PLACERVILLE, CALIFORNIA

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Burning safely is your responsibility

By From page A14 | May 10, 2013

CAMINO— In 2012, the No. 1 cause of wildland fires Cal Fire personnel responded to was escaped residential debris burn piles. Too often we become lackadaisical about our residential door yard burn piles, we have done it for years, sometimes even decades, and may not take all the necessary precautions that we should. If this sounds like you or someone you know, take note and read on.

“Although we are experiencing some rain, the recent run of unusually warm weather coupled with the lack of precipitation this winter has created a problem for California residents as we have all witnessed in the wildland fires across the state. The California Department of Water Resources stated that as of May 2, the snow pack’s water content, which provides the state with about a third of its water, is 17 percent of normal,” said Amador-El Dorado-Sacramento Unit Chief Kelly Keenan. “Locally in AEU there have been several small wildland fires because the person burning their debris piles lost control of the piles. These fires threaten the surrounding community and can cause the person who started the fire a lot of grief. They may face legal action if the fire escapes their control and burns on to another person’s property and they could be held liable for the suppression costs to put the fire out.”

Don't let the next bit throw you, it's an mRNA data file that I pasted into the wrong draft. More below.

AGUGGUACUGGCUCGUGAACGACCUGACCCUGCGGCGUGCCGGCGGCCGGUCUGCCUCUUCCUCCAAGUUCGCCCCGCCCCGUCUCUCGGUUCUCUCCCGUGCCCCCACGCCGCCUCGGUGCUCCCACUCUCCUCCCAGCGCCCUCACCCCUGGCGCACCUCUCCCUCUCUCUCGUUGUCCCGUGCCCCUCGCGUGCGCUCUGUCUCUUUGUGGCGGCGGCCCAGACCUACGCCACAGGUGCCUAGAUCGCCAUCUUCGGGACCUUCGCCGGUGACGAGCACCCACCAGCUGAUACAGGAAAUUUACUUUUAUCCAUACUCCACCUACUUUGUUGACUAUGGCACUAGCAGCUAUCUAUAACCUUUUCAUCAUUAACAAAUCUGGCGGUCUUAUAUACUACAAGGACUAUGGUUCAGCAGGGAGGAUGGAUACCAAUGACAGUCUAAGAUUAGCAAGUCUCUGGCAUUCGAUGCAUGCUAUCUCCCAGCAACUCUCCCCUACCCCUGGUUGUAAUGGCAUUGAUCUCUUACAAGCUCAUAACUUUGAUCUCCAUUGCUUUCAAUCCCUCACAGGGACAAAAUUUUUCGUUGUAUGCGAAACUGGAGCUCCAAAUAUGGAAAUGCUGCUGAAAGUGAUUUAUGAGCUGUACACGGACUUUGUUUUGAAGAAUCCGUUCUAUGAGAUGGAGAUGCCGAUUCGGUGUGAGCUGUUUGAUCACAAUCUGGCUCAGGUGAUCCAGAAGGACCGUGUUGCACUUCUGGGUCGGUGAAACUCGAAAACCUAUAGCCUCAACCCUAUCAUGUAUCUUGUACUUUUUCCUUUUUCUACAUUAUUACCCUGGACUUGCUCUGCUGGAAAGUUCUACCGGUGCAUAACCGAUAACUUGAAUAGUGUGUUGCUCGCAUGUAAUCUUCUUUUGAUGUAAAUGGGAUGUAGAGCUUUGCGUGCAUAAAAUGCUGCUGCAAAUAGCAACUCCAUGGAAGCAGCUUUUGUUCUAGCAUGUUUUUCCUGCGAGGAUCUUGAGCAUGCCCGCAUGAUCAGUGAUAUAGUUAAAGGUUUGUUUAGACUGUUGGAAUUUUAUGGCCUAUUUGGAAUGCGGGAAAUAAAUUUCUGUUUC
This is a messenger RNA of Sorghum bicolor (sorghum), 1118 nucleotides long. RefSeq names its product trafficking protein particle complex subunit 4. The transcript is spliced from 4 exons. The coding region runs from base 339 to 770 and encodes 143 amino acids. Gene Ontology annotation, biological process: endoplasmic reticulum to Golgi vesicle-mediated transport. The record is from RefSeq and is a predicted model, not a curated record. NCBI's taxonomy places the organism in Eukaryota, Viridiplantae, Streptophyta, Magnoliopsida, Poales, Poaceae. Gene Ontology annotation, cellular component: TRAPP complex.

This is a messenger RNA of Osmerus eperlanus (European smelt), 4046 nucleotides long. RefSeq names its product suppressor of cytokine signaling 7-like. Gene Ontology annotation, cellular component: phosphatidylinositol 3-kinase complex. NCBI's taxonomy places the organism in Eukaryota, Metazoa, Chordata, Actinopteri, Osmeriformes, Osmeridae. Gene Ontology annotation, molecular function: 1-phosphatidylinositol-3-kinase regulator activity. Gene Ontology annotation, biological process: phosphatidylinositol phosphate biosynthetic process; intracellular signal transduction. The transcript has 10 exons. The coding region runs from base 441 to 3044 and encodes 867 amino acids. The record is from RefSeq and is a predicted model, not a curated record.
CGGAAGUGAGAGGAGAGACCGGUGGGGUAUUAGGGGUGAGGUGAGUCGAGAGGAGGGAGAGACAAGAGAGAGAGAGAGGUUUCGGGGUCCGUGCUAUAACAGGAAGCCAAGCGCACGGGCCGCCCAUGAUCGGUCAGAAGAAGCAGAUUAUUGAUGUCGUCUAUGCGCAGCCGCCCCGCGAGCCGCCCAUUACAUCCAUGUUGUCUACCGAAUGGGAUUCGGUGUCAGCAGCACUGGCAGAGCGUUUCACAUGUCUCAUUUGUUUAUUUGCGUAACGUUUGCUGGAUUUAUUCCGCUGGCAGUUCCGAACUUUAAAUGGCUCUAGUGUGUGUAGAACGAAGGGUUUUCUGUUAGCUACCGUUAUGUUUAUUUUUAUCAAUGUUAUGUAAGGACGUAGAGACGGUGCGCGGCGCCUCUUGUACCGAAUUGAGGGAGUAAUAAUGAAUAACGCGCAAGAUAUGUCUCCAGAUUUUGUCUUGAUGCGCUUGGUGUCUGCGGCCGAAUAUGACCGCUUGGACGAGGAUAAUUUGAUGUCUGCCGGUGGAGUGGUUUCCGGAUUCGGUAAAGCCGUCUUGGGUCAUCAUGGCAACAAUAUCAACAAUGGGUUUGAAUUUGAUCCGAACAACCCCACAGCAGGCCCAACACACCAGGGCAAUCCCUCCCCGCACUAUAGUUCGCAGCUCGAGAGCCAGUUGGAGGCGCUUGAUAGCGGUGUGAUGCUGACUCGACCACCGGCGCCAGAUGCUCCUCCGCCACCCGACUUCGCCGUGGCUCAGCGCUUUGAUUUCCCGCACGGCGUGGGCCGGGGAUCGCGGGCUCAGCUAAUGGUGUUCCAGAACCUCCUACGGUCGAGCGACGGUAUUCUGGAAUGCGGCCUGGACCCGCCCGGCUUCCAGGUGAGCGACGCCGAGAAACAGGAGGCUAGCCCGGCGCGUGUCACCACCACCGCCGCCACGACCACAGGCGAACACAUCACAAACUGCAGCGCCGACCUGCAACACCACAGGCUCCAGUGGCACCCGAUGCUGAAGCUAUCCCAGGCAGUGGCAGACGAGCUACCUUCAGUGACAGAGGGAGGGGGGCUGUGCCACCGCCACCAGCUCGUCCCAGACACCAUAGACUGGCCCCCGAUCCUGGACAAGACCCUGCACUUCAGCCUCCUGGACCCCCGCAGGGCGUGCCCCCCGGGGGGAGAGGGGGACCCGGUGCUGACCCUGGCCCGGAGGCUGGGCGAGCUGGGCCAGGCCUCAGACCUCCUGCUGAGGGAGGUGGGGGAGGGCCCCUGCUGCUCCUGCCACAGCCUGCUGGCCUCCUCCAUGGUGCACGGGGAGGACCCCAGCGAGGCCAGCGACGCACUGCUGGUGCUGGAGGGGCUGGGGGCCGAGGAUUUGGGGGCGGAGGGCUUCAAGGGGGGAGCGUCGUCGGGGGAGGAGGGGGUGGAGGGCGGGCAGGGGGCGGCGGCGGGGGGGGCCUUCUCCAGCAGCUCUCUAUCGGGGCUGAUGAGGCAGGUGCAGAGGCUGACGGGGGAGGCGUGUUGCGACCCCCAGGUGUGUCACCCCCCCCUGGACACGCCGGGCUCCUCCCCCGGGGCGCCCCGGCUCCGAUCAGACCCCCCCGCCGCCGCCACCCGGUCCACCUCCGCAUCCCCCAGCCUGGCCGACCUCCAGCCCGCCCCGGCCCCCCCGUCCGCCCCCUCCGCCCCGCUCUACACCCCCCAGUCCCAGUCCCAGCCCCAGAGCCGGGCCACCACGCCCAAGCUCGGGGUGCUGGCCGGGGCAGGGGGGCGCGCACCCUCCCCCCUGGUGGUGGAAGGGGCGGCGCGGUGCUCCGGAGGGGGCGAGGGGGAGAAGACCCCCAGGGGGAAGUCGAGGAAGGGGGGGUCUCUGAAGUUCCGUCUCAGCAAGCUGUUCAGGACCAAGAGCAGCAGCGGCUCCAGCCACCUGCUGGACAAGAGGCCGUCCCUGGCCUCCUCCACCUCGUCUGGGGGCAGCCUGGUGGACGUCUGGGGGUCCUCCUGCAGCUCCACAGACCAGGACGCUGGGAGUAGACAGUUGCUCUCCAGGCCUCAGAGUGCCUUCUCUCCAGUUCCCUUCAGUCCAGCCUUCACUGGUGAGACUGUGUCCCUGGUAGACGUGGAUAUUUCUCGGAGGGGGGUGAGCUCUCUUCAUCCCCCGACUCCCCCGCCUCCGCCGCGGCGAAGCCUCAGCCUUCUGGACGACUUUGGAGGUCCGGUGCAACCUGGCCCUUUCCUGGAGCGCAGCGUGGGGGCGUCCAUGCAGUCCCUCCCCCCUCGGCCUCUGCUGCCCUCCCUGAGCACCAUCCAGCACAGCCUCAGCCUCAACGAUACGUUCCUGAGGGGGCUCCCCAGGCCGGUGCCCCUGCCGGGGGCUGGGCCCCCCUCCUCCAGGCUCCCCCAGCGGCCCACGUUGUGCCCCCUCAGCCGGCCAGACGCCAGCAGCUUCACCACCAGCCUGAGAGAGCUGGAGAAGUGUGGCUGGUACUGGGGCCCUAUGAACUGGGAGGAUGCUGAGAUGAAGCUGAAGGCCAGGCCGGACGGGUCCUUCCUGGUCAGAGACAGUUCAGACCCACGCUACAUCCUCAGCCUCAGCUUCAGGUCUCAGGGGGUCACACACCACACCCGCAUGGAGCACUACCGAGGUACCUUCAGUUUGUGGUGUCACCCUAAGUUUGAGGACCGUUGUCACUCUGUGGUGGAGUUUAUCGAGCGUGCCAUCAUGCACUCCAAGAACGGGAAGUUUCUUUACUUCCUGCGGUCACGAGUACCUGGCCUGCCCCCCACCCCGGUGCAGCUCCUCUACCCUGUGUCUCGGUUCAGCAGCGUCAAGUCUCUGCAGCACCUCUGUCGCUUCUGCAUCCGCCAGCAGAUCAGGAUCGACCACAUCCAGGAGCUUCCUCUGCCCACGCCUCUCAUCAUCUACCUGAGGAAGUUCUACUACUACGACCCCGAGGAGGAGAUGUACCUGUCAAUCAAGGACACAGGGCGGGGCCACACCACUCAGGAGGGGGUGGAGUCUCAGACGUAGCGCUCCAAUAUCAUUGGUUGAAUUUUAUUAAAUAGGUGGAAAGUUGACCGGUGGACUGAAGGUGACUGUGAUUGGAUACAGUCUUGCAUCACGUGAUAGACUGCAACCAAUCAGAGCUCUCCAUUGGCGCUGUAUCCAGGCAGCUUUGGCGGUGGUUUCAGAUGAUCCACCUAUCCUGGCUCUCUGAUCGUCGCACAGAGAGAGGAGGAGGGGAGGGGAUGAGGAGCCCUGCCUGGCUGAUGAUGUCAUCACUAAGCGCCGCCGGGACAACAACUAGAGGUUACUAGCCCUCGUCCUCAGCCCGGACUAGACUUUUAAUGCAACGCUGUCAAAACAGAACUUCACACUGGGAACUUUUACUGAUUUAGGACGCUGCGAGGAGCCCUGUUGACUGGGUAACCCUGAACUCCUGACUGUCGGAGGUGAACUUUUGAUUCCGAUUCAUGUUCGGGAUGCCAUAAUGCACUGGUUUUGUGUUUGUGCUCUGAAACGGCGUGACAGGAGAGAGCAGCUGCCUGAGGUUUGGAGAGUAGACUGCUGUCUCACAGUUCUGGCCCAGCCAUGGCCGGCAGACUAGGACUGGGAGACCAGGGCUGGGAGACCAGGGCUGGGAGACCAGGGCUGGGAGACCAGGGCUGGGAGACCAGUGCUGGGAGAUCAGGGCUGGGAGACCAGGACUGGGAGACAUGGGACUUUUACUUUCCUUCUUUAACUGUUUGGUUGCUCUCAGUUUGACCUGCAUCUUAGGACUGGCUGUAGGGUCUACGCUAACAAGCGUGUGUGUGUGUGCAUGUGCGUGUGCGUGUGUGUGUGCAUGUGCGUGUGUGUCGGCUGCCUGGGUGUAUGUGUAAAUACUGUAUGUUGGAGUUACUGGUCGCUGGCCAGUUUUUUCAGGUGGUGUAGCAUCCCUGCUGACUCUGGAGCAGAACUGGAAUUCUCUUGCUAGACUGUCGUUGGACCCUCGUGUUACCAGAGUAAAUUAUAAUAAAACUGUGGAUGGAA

It’s essential that you make your property “fire safe” with 100 feet of defensible space around all structures but when you choose to dispose of the brush, limbs and other trimmings in burn piles remember these simple rules:

• Obtain your free Cal Fire burn permit from any of your local fire stations. Keep in mind that you are responsible for your fire at all times.

• Immediately prior to igniting your burn pile, you must check burn day status by calling your local Air Pollution Control District/Air Quality Management District. If it is a permissive burn day, make sure you or another responsible adult are in attendance at all times until the burn pile is dead out.

• Clear flammable material for 10 feet around all burn piles and keep a shovel, rake and charged water hose near your burn pile. Having a phone handy will allow you to quickly call 911 if your fire does escape your control.

For burn day status call:

Amador County: 209-223-6246
El Dorado County Western Slope: 530-621-5897 or 866-621-5897
El Dorado County (Tahoe Basin): 530-621-5842 or 888-332-2876
Alpine County: 916-445-0745

After completing your burn project, make sure the fire is completely out. Douse the fire with plenty of water and use a shovel to stir the water into the ground where the fire can lurk for days, weeks or even months. For more information about defensible space requirements, as well as safe burning practices, contact your local Cal Fire station, or visit our Website at fire.ca.gov.

Teresa Mizuhara

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